Community

Charles Seay leans against the chain link fence outside his Smoketown home, shaking his head at the rutted street beyond the curb.

Pocked and potholed, the block long stretch of Roselane Street in front of his home hasn’t been repaved in nearly four decades, Seay said.

He’s called the city, he’s called his councilman, but to no avail.

“I don’t understand it,” he said.

The street serves as a rugged reminder for Seay that his Smoketown is a different place than it was some 60 years ago when he first moved to the neighborhood, when he’d go to sleep with the doors unlocked.

“It’s been a tremendous change since then,” he said.

Smoketown is plagued with poverty and blight. Crime is a burden on residents and police.

The neighborhood ranks near the bottom of Louisville neighborhoods for income level and near the top in the number of residents living in poverty and the amount of vacant housing, according to a 2013 report from the Kentucky State Data Center found.

And a 2014 report from the Center for Health Equity found Smoketown is among the most prolific Louisville neighborhoods for violent crime and homicides.

The condition of the neglected neighborhood takes it toll on residents, Seay said.

Some, he said, have lost respect for themselves, for their property and for each other. This mindset leaves some unconcerned about the state of their community.

Trash and junk litter the streets and sidewalks. Overgrown shrubs encroach on sidewalks.

Charles Seay outside his home in Smoketown.Jacob Ryan | wfpl.org

Charles Seay outside his home in Smoketown.

So, early Friday morning, Seay was delightfully surprised to see a crew of city employees combing the streets, picking up the trash and chatting with residents, all in an effort to improve the neighborhood.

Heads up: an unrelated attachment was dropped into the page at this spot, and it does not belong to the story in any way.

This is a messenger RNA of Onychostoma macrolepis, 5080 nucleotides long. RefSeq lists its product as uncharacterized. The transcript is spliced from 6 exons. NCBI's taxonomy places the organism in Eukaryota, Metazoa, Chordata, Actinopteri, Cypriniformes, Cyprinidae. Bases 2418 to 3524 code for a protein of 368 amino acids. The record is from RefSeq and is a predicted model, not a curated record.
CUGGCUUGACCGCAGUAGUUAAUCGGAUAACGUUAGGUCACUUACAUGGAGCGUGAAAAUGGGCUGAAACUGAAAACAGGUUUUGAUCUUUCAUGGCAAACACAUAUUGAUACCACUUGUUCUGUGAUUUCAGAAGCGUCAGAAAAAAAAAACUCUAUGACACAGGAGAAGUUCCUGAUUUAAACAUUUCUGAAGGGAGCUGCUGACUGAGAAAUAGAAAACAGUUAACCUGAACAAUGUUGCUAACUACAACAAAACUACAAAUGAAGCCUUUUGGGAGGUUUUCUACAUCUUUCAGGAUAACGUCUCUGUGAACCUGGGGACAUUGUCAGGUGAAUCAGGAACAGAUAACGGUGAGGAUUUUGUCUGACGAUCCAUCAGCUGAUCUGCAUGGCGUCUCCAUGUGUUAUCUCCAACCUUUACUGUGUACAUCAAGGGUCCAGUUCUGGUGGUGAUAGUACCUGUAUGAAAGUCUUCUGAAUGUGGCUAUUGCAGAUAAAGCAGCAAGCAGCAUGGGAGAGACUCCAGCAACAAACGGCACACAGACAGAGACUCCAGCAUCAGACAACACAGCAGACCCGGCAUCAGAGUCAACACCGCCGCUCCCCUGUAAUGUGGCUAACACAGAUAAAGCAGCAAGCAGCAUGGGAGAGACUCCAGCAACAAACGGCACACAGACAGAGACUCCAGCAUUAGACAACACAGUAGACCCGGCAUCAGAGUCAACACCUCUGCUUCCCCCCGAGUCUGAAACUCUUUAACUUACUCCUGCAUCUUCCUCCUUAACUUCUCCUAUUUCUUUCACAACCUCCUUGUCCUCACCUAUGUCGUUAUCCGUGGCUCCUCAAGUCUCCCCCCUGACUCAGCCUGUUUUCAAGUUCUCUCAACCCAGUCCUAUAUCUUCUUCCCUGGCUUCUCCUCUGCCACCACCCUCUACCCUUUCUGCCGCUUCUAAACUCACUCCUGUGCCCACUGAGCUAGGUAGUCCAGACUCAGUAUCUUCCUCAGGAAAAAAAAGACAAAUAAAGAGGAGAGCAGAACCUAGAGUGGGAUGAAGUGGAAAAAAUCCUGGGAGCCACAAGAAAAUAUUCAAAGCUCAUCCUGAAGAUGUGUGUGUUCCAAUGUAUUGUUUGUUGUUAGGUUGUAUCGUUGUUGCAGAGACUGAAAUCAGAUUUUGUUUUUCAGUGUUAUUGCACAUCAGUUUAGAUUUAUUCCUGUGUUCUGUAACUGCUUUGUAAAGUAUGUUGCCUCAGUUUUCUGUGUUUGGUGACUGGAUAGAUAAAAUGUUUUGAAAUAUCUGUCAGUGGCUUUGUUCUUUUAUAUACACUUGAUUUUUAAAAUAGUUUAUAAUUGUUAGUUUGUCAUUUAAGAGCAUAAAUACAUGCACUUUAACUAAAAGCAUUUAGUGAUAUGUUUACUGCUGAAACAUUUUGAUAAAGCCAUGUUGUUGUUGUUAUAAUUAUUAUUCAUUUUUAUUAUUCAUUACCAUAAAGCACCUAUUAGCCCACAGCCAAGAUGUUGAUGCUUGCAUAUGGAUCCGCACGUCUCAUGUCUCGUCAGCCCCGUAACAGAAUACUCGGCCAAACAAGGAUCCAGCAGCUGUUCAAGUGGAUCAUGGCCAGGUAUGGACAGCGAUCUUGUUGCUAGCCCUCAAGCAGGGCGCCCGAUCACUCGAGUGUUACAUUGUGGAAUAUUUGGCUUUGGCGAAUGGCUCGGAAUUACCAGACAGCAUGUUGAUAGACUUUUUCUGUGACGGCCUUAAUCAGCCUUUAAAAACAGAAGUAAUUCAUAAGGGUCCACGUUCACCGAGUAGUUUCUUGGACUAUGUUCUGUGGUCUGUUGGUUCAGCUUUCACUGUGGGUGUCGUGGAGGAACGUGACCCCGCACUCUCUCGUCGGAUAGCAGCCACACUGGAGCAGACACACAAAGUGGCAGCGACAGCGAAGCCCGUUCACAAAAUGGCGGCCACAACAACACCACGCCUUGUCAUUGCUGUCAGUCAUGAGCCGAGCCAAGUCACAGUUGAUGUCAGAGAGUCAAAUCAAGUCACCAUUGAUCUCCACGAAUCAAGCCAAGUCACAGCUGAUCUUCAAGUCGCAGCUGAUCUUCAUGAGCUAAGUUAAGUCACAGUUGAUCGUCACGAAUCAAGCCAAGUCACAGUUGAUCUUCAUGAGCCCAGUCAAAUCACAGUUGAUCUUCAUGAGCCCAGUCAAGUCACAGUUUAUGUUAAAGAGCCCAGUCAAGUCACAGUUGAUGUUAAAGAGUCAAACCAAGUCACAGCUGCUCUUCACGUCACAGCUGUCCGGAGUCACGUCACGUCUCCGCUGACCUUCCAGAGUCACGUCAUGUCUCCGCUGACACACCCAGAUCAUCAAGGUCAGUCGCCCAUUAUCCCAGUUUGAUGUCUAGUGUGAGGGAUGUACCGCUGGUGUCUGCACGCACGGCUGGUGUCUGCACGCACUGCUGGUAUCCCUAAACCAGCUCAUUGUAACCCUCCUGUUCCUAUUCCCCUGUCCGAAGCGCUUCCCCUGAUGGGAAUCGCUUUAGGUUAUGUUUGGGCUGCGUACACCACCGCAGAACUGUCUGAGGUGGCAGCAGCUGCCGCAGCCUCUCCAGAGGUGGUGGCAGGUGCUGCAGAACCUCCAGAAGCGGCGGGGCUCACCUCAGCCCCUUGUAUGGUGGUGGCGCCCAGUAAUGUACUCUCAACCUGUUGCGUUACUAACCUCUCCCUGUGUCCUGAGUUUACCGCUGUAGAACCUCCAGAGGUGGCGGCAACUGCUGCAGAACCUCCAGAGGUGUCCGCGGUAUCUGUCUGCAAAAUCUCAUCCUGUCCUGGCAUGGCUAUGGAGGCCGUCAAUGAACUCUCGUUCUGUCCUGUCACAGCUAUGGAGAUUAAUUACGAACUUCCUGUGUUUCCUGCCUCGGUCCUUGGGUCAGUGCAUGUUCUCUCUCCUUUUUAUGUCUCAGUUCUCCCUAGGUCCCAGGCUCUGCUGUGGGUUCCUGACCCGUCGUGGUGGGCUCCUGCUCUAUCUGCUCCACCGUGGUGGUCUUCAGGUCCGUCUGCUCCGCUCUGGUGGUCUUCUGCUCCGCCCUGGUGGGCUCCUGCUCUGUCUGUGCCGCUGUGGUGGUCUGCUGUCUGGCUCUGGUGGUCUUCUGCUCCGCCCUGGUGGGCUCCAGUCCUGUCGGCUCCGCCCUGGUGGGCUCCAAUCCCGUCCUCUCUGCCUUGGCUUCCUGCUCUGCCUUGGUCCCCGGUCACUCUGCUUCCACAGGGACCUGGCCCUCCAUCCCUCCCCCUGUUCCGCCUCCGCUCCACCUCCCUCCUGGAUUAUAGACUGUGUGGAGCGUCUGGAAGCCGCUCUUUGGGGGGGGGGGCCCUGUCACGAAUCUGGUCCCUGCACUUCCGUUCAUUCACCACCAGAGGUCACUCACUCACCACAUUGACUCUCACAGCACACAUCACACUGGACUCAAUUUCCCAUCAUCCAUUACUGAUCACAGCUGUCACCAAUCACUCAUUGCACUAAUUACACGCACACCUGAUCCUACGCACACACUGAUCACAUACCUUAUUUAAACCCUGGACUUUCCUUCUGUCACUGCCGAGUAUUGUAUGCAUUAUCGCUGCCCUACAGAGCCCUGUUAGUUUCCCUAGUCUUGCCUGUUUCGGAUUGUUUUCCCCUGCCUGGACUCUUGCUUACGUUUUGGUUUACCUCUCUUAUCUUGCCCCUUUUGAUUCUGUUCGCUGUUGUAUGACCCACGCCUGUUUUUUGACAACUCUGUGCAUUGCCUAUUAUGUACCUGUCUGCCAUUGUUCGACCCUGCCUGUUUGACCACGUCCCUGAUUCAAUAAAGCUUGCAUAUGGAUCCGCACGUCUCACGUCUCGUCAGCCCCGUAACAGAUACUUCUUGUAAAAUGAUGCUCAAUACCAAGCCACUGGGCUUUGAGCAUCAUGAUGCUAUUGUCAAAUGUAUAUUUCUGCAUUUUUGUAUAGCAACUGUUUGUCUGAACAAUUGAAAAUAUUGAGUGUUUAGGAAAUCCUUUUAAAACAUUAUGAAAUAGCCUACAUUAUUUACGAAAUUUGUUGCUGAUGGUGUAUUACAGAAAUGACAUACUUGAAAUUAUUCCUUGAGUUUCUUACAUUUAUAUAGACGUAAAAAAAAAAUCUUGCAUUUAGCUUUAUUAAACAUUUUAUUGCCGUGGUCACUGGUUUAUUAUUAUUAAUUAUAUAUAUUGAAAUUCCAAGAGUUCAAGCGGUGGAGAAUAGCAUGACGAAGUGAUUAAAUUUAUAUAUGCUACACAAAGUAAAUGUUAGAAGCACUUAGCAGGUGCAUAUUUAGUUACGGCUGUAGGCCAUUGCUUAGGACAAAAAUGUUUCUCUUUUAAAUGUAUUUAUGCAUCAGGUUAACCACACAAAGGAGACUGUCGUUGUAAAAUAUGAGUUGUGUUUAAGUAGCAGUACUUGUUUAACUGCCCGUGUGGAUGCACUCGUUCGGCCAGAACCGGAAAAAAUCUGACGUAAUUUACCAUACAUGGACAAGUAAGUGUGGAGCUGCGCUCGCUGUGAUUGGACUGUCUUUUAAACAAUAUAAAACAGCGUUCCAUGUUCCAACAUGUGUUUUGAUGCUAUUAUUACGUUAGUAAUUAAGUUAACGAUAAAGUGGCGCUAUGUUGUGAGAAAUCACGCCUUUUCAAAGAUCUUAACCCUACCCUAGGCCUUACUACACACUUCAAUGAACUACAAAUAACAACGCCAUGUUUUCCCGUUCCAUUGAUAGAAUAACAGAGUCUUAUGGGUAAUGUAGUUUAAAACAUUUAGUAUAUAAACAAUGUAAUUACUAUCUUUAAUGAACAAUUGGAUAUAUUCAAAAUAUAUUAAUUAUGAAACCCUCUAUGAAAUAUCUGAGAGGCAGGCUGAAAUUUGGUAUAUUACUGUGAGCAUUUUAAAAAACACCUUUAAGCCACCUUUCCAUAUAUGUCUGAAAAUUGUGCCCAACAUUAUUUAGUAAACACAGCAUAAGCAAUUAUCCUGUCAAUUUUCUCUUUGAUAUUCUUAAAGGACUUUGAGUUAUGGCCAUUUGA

The effort is part of a new city-wide initiative called “Building Our Blocks” that aims to address neighborhood issues with a collaborative approach. Under the program, city officials will use data to determine where city services are most needed and then dispatch crews from public works, codes and regulations, the health department, police and other agencies to the site.

Major Ryan Bates commands the Louisville Metro Police Department’s Fourth Division, which includes Smoketown. He’s confident the program can bring positive change to troubled areas.

He points to theories of crime suppression like the “broken windows” model, which is a debated idea that police should focus on low-level offenses to prevent bigger crimes from happening.

“Cleaner areas and more presentable areas, for whatever reason, will make people think there is a capable guardian in the area,” he said.

The work on Friday in Smoketown followed a clean-up effort in September in Russell, which led to the removal of more than 20,000 pounds of junk and 61 old tires, according to a news release.

And about a dozen more clean-ups are planned for the next year.

For residents, like Seay, the work is certainly welcome. And the attention to Smoketown is needed, he said. But real change, he said, will only come when people regain their hope and their respect for their neighborhood.

“That’s the bottom line,” he said. “If everyone pitched in, we wouldn’t have any problem.”

Jacob Ryan is the Metro Affairs reporter for WFPL.